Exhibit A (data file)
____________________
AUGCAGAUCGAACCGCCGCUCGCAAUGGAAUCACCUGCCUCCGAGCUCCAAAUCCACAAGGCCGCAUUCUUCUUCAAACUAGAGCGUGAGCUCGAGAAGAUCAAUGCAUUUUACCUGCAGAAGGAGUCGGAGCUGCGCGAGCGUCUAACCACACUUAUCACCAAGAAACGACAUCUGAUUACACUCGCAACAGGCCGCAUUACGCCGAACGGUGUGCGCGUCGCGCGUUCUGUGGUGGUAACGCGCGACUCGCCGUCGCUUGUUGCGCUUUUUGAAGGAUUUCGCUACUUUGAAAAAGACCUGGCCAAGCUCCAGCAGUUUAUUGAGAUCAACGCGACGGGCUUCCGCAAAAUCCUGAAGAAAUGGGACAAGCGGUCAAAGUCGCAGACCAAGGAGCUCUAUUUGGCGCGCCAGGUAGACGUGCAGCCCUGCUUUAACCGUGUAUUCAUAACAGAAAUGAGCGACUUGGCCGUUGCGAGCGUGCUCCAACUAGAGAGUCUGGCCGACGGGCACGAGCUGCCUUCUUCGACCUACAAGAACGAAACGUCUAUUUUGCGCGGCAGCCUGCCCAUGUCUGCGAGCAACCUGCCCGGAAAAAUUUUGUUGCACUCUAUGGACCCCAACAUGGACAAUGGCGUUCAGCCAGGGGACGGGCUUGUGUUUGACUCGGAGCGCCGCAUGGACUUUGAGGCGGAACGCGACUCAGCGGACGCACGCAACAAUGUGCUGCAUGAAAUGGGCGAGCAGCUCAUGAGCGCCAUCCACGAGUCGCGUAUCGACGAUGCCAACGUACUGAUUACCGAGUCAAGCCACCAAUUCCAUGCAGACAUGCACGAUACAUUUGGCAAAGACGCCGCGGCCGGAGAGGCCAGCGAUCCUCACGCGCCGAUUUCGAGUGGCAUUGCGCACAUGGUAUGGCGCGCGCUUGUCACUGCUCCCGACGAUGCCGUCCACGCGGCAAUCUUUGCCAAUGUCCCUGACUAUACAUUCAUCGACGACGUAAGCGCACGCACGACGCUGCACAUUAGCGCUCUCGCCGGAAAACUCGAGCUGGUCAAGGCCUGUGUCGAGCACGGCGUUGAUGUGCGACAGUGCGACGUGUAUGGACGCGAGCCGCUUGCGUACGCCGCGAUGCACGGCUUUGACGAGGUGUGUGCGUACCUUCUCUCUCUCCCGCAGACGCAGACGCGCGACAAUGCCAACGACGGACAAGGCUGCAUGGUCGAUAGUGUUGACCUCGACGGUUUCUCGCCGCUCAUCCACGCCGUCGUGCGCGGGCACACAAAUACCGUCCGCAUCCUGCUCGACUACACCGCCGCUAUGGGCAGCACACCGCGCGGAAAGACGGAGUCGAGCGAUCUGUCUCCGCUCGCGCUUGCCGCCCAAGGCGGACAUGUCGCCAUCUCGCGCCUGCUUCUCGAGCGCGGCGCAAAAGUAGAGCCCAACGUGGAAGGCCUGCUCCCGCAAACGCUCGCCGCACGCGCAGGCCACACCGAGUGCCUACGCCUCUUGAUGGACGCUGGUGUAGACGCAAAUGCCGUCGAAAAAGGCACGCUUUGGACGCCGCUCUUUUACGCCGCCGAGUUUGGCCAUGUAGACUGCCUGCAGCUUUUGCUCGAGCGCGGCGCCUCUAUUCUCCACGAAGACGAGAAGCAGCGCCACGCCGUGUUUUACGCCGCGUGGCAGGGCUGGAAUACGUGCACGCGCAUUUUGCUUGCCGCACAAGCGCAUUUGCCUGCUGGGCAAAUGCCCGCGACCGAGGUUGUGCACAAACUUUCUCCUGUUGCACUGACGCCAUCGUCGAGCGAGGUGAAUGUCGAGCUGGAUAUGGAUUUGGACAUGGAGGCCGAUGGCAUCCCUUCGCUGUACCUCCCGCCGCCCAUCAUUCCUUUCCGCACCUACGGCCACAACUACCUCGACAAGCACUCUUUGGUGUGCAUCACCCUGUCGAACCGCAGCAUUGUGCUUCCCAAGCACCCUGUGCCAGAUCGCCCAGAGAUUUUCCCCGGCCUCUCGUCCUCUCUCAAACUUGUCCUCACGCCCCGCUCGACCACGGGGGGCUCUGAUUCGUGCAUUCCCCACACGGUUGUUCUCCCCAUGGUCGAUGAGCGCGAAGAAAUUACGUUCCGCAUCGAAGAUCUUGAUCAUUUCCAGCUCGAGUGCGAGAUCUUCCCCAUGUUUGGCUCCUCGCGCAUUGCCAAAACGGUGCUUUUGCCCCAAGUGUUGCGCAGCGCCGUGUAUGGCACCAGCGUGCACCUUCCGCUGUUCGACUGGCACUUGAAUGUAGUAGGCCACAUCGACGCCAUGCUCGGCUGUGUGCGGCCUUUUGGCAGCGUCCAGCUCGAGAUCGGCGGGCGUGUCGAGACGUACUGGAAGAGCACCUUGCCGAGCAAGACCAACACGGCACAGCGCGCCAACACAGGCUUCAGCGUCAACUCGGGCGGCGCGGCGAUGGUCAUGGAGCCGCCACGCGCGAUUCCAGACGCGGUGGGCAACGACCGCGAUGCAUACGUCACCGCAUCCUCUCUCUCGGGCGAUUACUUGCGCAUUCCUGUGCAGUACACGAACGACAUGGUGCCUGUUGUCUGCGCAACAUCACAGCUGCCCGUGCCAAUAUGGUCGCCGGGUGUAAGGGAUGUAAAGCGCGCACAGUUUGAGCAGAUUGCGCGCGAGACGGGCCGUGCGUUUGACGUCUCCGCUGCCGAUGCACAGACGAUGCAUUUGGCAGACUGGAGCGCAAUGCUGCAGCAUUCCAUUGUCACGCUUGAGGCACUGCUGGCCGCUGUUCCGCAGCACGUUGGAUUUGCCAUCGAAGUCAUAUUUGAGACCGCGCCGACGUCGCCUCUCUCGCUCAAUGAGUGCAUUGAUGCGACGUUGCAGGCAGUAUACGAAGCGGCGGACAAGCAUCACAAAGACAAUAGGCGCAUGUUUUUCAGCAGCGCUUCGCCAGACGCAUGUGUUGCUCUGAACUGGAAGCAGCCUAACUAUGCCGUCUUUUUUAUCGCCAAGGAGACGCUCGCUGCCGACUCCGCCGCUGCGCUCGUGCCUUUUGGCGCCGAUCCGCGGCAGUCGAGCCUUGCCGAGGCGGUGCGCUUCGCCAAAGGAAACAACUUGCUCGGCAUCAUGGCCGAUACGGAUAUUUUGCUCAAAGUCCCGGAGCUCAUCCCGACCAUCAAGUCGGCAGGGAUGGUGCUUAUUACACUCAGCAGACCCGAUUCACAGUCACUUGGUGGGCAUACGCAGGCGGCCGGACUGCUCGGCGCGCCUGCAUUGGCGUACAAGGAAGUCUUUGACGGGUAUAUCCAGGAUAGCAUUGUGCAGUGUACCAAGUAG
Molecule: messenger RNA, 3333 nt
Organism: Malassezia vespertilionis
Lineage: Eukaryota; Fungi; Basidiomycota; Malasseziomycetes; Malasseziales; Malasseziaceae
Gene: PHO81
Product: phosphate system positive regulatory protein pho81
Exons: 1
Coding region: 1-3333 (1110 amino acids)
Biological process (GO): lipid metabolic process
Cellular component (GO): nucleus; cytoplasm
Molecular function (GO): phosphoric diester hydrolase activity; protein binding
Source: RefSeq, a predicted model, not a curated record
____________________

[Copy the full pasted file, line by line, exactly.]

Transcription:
AUGCAGAUCGAACCGCCGCUCGCAAUGGAAUCACCUGCCUCCGAGCUCCAAAUCCACAAGGCCGCAUUCUUCUUCAAACUAGAGCGUGAGCUCGAGAAGAUCAAUGCAUUUUACCUGCAGAAGGAGUCGGAGCUGCGCGAGCGUCUAACCACACUUAUCACCAAGAAACGACAUCUGAUUACACUCGCAACAGGCCGCAUUACGCCGAACGGUGUGCGCGUCGCGCGUUCUGUGGUGGUAACGCGCGACUCGCCGUCGCUUGUUGCGCUUUUUGAAGGAUUUCGCUACUUUGAAAAAGACCUGGCCAAGCUCCAGCAGUUUAUUGAGAUCAACGCGACGGGCUUCCGCAAAAUCCUGAAGAAAUGGGACAAGCGGUCAAAGUCGCAGACCAAGGAGCUCUAUUUGGCGCGCCAGGUAGACGUGCAGCCCUGCUUUAACCGUGUAUUCAUAACAGAAAUGAGCGACUUGGCCGUUGCGAGCGUGCUCCAACUAGAGAGUCUGGCCGACGGGCACGAGCUGCCUUCUUCGACCUACAAGAACGAAACGUCUAUUUUGCGCGGCAGCCUGCCCAUGUCUGCGAGCAACCUGCCCGGAAAAAUUUUGUUGCACUCUAUGGACCCCAACAUGGACAAUGGCGUUCAGCCAGGGGACGGGCUUGUGUUUGACUCGGAGCGCCGCAUGGACUUUGAGGCGGAACGCGACUCAGCGGACGCACGCAACAAUGUGCUGCAUGAAAUGGGCGAGCAGCUCAUGAGCGCCAUCCACGAGUCGCGUAUCGACGAUGCCAACGUACUGAUUACCGAGUCAAGCCACCAAUUCCAUGCAGACAUGCACGAUACAUUUGGCAAAGACGCCGCGGCCGGAGAGGCCAGCGAUCCUCACGCGCCGAUUUCGAGUGGCAUUGCGCACAUGGUAUGGCGCGCGCUUGUCACUGCUCCCGACGAUGCCGUCCACGCGGCAAUCUUUGCCAAUGUCCCUGACUAUACAUUCAUCGACGACGUAAGCGCACGCACGACGCUGCACAUUAGCGCUCUCGCCGGAAAACUCGAGCUGGUCAAGGCCUGUGUCGAGCACGGCGUUGAUGUGCGACAGUGCGACGUGUAUGGACGCGAGCCGCUUGCGUACGCCGCGAUGCACGGCUUUGACGAGGUGUGUGCGUACCUUCUCUCUCUCCCGCAGACGCAGACGCGCGACAAUGCCAACGACGGACAAGGCUGCAUGGUCGAUAGUGUUGACCUCGACGGUUUCUCGCCGCUCAUCCACGCCGUCGUGCGCGGGCACACAAAUACCGUCCGCAUCCUGCUCGACUACACCGCCGCUAUGGGCAGCACACCGCGCGGAAAGACGGAGUCGAGCGAUCUGUCUCCGCUCGCGCUUGCCGCCCAAGGCGGACAUGUCGCCAUCUCGCGCCUGCUUCUCGAGCGCGGCGCAAAAGUAGAGCCCAACGUGGAAGGCCUGCUCCCGCAAACGCUCGCCGCACGCGCAGGCCACACCGAGUGCCUACGCCUCUUGAUGGACGCUGGUGUAGACGCAAAUGCCGUCGAAAAAGGCACGCUUUGGACGCCGCUCUUUUACGCCGCCGAGUUUGGCCAUGUAGACUGCCUGCAGCUUUUGCUCGAGCGCGGCGCCUCUAUUCUCCACGAAGACGAGAAGCAGCGCCACGCCGUGUUUUACGCCGCGUGGCAGGGCUGGAAUACGUGCACGCGCAUUUUGCUUGCCGCACAAGCGCAUUUGCCUGCUGGGCAAAUGCCCGCGACCGAGGUUGUGCACAAACUUUCUCCUGUUGCACUGACGCCAUCGUCGAGCGAGGUGAAUGUCGAGCUGGAUAUGGAUUUGGACAUGGAGGCCGAUGGCAUCCCUUCGCUGUACCUCCCGCCGCCCAUCAUUCCUUUCCGCACCUACGGCCACAACUACCUCGACAAGCACUCUUUGGUGUGCAUCACCCUGUCGAACCGCAGCAUUGUGCUUCCCAAGCACCCUGUGCCAGAUCGCCCAGAGAUUUUCCCCGGCCUCUCGUCCUCUCUCAAACUUGUCCUCACGCCCCGCUCGACCACGGGGGGCUCUGAUUCGUGCAUUCCCCACACGGUUGUUCUCCCCAUGGUCGAUGAGCGCGAAGAAAUUACGUUCCGCAUCGAAGAUCUUGAUCAUUUCCAGCUCGAGUGCGAGAUCUUCCCCAUGUUUGGCUCCUCGCGCAUUGCCAAAACGGUGCUUUUGCCCCAAGUGUUGCGCAGCGCCGUGUAUGGCACCAGCGUGCACCUUCCGCUGUUCGACUGGCACUUGAAUGUAGUAGGCCACAUCGACGCCAUGCUCGGCUGUGUGCGGCCUUUUGGCAGCGUCCAGCUCGAGAUCGGCGGGCGUGUCGAGACGUACUGGAAGAGCACCUUGCCGAGCAAGACCAACACGGCACAGCGCGCCAACACAGGCUUCAGCGUCAACUCGGGCGGCGCGGCGAUGGUCAUGGAGCCGCCACGCGCGAUUCCAGACGCGGUGGGCAACGACCGCGAUGCAUACGUCACCGCAUCCUCUCUCUCGGGCGAUUACUUGCGCAUUCCUGUGCAGUACACGAACGACAUGGUGCCUGUUGUCUGCGCAACAUCACAGCUGCCCGUGCCAAUAUGGUCGCCGGGUGUAAGGGAUGUAAAGCGCGCACAGUUUGAGCAGAUUGCGCGCGAGACGGGCCGUGCGUUUGACGUCUCCGCUGCCGAUGCACAGACGAUGCAUUUGGCAGACUGGAGCGCAAUGCUGCAGCAUUCCAUUGUCACGCUUGAGGCACUGCUGGCCGCUGUUCCGCAGCACGUUGGAUUUGCCAUCGAAGUCAUAUUUGAGACCGCGCCGACGUCGCCUCUCUCGCUCAAUGAGUGCAUUGAUGCGACGUUGCAGGCAGUAUACGAAGCGGCGGACAAGCAUCACAAAGACAAUAGGCGCAUGUUUUUCAGCAGCGCUUCGCCAGACGCAUGUGUUGCUCUGAACUGGAAGCAGCCUAACUAUGCCGUCUUUUUUAUCGCCAAGGAGACGCUCGCUGCCGACUCCGCCGCUGCGCUCGUGCCUUUUGGCGCCGAUCCGCGGCAGUCGAGCCUUGCCGAGGCGGUGCGCUUCGCCAAAGGAAACAACUUGCUCGGCAUCAUGGCCGAUACGGAUAUUUUGCUCAAAGUCCCGGAGCUCAUCCCGACCAUCAAGUCGGCAGGGAUGGUGCUUAUUACACUCAGCAGACCCGAUUCACAGUCACUUGGUGGGCAUACGCAGGCGGCCGGACUGCUCGGCGCGCCUGCAUUGGCGUACAAGGAAGUCUUUGACGGGUAUAUCCAGGAUAGCAUUGUGCAGUGUACCAAGUAG
Molecule: messenger RNA, 3333 nt
Organism: Malassezia vespertilionis
Lineage: Eukaryota; Fungi; Basidiomycota; Malasseziomycetes; Malasseziales; Malasseziaceae
Gene: PHO81
Product: phosphate system positive regulatory protein pho81
Exons: 1
Coding region: 1-3333 (1110 amino acids)
Biological process (GO): lipid metabolic process
Cellular component (GO): nucleus; cytoplasm
Molecular function (GO): phosphoric diester hydrolase activity; protein binding
Source: RefSeq, a predicted model, not a curated record